Built in South Carolina, like the Z3, it was offered in convertible body style only ... there were no hardtop coupes from this generation.

This Z4 is a more than capable competitor to the likes of the Audi TT, Mazda Miata, Honda S2000, and Porsche Boxster, and is powered by a choice of two athletic inline six-cylinder engines: a 2.5-liter found in the 2.5i model produces 184 horsepower, as well as the 3.0-liter in the 3.0i that delivers 225 horsepower.

Standard transmissions for the Z4 are a five-speed manual on the 2.5i and a six-speed manual on the 3.0i. These older Z4 models can also be found with the optional five-speed automatic with a manual shift gate. A six-speed Sequential Manual Gearbox (SMG) can also be found in some models, shifting via steering-wheel "paddles".

Standard features on both models include run-flat-tires, a manual soft top with heated glass rear window, antilock four-wheel disc brakes, and an antiskid system. Some models can also be found with the optional power soft top.

The 2.5i is equipped with 16-inch wheels while the 3.0i comes with 17s. Some models can be found with the optional Sport Package that adds a sport suspension and 17-inch wheels for the 2.5i and 18s for the 3.0i. This package also adds Dynamic Driving Control where a button on the console speeds up the throttle action and reduces power-steering assist.

A leather interior is standard on the 3.0i and an option on the 2.5i. Either of these Z4 models can also be found with stand-alone options such as heated seats, xenon headlights, navigation, and BMW Assist emergency and concierge service.

First Generation (2003 - 2008) BMW Z4 Possible Mechanical Problems

This version of the Z4 has had a number of mechanical problems reported, which should therefore be included in an inspection before buying. Of course, not all models have had these issues, but each has been reported by some owners:

General Considerations: Be cautious of early production issues (2003 - 2005), especially with window regulators and convertible top motors. If opting for these years, ensure these issues have been addressed by previous owners. For the facelift models (2006 - 2008), these are preferable for their improved reliability and updated features.

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Window Regulators: This is a somewhat common failure, leading to windows getting stuck or moving slowly.

Convertible Top Motor:The top is prone to water damage due to poor drainage, causing its motor to fail.

Cooling System: The radiator and expansion tank have sometimes developed cracks and leaks over time, requiring replacement.

Water Pump and Thermostat: Both components tend to fail around 60,000 to 80,000 miles.

Suspension: The control arm bushings may wear out relatively quickly, causing clunking noises and poor handling. And the rear shock mounts are prone to failure, leading to rattling noises from the rear.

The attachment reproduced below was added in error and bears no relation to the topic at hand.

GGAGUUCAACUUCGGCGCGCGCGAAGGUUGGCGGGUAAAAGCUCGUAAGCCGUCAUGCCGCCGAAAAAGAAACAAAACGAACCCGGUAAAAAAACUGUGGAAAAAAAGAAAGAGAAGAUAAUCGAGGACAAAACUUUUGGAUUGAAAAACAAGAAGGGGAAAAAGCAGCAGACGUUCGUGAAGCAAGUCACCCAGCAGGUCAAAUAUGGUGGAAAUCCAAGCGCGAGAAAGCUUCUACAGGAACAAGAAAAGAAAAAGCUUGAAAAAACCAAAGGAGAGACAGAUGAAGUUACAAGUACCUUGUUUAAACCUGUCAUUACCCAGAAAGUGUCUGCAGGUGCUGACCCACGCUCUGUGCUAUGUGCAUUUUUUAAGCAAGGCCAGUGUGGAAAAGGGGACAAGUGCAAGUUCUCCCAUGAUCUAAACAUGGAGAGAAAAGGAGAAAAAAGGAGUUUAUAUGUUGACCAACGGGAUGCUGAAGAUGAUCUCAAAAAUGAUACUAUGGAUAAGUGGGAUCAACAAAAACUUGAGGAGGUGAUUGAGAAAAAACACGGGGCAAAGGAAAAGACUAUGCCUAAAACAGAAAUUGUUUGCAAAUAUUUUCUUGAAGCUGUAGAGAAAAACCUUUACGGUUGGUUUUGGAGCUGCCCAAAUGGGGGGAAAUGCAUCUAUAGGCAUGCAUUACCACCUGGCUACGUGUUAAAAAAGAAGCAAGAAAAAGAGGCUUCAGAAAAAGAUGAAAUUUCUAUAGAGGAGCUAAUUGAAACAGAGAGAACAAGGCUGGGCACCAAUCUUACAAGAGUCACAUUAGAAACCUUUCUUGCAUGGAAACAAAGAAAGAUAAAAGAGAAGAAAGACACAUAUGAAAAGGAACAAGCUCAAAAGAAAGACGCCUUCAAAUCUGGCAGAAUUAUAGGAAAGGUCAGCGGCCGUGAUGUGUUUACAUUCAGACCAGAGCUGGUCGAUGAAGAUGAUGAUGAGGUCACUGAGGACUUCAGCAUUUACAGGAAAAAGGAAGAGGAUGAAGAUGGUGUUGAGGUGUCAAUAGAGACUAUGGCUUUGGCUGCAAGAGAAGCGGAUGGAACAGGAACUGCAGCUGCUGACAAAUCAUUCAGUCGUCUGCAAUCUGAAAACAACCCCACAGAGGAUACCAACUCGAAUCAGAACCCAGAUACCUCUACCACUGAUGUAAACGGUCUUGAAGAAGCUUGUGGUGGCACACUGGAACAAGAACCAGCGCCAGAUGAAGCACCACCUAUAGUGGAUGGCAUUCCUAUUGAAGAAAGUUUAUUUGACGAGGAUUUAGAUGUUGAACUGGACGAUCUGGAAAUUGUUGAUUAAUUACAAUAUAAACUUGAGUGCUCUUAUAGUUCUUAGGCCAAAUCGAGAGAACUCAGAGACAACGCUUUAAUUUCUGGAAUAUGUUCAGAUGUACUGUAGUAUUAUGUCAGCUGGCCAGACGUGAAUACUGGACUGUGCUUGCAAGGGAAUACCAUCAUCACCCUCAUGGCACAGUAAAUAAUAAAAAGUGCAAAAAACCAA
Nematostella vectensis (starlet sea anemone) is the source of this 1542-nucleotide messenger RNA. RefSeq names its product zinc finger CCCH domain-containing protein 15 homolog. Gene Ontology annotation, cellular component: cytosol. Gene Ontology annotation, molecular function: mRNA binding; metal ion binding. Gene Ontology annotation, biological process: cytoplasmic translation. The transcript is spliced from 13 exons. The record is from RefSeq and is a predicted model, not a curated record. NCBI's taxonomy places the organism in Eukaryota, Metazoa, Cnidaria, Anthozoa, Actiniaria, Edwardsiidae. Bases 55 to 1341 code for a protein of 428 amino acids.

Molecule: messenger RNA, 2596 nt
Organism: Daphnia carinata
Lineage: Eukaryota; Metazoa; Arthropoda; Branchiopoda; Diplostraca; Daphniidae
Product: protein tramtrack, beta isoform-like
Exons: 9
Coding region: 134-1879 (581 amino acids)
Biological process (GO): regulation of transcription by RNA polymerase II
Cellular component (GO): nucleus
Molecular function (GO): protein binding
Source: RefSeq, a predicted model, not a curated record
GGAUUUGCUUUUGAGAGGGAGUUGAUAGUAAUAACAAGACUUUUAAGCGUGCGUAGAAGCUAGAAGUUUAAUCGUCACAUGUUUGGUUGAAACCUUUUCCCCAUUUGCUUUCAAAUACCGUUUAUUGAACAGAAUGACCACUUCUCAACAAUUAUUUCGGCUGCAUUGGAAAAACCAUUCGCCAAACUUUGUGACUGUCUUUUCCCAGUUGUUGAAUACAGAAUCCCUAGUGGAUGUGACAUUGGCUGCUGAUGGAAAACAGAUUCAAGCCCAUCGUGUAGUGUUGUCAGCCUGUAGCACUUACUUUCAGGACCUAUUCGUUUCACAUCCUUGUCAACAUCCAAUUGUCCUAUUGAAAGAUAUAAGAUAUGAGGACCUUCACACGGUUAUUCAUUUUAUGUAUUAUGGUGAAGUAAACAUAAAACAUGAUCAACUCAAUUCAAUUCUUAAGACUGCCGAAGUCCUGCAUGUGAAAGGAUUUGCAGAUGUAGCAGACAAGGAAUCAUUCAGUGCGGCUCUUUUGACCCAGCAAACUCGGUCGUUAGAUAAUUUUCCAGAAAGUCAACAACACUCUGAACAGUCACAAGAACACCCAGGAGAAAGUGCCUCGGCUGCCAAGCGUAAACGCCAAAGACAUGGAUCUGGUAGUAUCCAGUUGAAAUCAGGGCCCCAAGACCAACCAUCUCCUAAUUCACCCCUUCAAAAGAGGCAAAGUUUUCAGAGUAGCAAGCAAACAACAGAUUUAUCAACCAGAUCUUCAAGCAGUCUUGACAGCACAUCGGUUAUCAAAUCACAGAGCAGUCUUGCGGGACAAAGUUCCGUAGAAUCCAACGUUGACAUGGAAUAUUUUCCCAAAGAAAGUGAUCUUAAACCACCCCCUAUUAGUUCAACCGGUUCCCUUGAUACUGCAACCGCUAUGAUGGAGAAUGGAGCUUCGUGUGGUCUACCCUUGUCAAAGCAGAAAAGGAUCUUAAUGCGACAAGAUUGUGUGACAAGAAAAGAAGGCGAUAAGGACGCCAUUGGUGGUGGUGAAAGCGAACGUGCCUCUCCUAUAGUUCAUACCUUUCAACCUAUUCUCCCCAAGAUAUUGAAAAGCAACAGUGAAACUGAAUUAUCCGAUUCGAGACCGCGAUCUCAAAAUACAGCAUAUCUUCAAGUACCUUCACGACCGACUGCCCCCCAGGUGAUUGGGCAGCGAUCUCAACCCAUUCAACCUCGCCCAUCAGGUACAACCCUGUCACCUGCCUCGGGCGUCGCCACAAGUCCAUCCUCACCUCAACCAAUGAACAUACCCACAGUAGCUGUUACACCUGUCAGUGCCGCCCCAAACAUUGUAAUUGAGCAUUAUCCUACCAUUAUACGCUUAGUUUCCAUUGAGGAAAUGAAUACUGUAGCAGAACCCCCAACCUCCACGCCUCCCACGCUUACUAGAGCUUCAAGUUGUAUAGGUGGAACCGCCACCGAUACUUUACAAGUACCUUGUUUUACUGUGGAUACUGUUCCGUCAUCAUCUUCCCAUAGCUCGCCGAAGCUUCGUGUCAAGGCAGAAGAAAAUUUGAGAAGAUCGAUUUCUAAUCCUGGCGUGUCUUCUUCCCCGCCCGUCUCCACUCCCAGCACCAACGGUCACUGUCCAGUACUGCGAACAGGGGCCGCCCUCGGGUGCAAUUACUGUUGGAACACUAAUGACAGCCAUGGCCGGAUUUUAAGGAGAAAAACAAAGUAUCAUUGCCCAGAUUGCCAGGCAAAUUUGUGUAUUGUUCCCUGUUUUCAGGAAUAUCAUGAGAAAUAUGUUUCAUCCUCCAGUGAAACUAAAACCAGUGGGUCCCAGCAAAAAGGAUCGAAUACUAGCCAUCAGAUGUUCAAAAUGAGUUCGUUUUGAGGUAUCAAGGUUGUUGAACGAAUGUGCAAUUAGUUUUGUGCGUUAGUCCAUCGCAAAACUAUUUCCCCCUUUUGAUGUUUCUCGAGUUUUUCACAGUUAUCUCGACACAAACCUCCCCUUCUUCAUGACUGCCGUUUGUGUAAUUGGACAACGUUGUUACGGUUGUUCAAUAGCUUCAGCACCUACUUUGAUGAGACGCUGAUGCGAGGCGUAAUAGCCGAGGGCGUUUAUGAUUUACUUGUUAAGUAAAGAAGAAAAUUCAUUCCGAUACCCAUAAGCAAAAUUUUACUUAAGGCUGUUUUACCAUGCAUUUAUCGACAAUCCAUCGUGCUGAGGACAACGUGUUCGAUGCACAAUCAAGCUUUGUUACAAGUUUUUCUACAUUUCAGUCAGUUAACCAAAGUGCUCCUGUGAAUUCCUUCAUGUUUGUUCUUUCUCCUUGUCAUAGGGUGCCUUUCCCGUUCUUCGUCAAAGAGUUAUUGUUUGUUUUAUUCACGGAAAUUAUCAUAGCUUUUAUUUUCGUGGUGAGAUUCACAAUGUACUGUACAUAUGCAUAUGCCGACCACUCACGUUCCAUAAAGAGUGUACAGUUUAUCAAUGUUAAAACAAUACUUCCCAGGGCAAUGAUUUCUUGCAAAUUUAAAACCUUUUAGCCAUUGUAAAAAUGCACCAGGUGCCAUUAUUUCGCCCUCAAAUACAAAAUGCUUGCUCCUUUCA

Valve Cover Gasket: Some owners have reported oil leaks, especially in higher mileage cars.

DISA Valve (Dual Intake System Adjustment): Can fail, causing rough idle and reduced performance.

Electric Power Steering (EPS): Some models experienced a sticky or notchy feel, particularly in hot weather. Also, some owners have reported jolts or clunks from the steering wheel when braking. This is usually due to a faulty front control arm bracket bushing.

Clutch and Transmission: Clutch Delay Valve (CDV): Causes inconsistent clutch feel; many owners opt to remove or modify it.

Second Generation (2009 - 2016) BMW Z4 Overview

BMW Z4 Convertible (2009)

In this version, the coupe and roadster models were merged into a single form with a retractable hardtop. The exterior design became more curvaceous as opposed to the more angular look of earlier models. The cabin also got some additional room, a refresh and higher-grade materials.

The base engine was also upraded to the previous model's best, while the top-of-the-line engine became a twin-turbo straight-6.

Models were renamed the sDrive30i and sDrive35i, with the first powered by a 3.0-liter inline-6 that's rated at 255 horsepower and 220 pound-feet of torque. Under the hood of the sDrive35i is the twin-turbocharged 3.0-liter inline-6 that produces a robust 300 horsepower and 300 lb-ft of torque.

Both engines are coupled with a standard 6-speed manual transmission. However, these models can also be easily found with the optional 6-speed automatic on the sDrive30i as well as a 7-speed dual-clutch automated manual on the sDrive35i.

Standard features for both models include adjustable driving settings, xenon headlights, HD radio and 6-way manually adjustable seats. Additional standard features on the sDrive35i include sun-reflective leather upholstery, premium aluminum interrior trim, and automatic climate control (all available options on the sDrive30i).

These Z4 models can also be found with options such as heated seats and steering wheel, navigation with the iDrive interface, Bluetooth, an iPod interface, power seats with driver memory settings, an upgraded audio system, and a Sport package that features sports seats and an adaptive suspension.

Overall, the BMW Z4 is one of the premium sports cars in its class and can make a solid older car choice for those seeking a more performance-oriented convertible.

Second Generation (2009 - 2016) BMW Z4 Possible Mechanical Problems

While improved over the previous generation, and generally considered reliable, there have still been reported issues by owners which therefore should be included in a pre-purchase inspection: